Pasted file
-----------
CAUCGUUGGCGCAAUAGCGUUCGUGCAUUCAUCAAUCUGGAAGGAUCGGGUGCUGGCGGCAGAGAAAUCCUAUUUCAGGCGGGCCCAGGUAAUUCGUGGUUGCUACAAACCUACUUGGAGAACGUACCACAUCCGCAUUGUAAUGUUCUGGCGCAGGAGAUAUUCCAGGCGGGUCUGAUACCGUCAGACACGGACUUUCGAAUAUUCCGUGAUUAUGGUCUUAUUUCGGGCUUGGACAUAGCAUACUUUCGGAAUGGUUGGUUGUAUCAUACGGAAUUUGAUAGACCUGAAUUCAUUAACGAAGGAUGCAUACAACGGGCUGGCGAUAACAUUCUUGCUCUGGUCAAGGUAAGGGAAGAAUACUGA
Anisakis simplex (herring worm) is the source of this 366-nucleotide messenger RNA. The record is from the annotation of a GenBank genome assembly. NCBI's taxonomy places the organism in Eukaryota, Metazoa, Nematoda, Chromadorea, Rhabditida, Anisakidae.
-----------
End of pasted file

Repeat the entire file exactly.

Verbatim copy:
CAUCGUUGGCGCAAUAGCGUUCGUGCAUUCAUCAAUCUGGAAGGAUCGGGUGCUGGCGGCAGAGAAAUCCUAUUUCAGGCGGGCCCAGGUAAUUCGUGGUUGCUACAAACCUACUUGGAGAACGUACCACAUCCGCAUUGUAAUGUUCUGGCGCAGGAGAUAUUCCAGGCGGGUCUGAUACCGUCAGACACGGACUUUCGAAUAUUCCGUGAUUAUGGUCUUAUUUCGGGCUUGGACAUAGCAUACUUUCGGAAUGGUUGGUUGUAUCAUACGGAAUUUGAUAGACCUGAAUUCAUUAACGAAGGAUGCAUACAACGGGCUGGCGAUAACAUUCUUGCUCUGGUCAAGGUAAGGGAAGAAUACUGA
Anisakis simplex (herring worm) is the source of this 366-nucleotide messenger RNA. The record is from the annotation of a GenBank genome assembly. NCBI's taxonomy places the organism in Eukaryota, Metazoa, Nematoda, Chromadorea, Rhabditida, Anisakidae.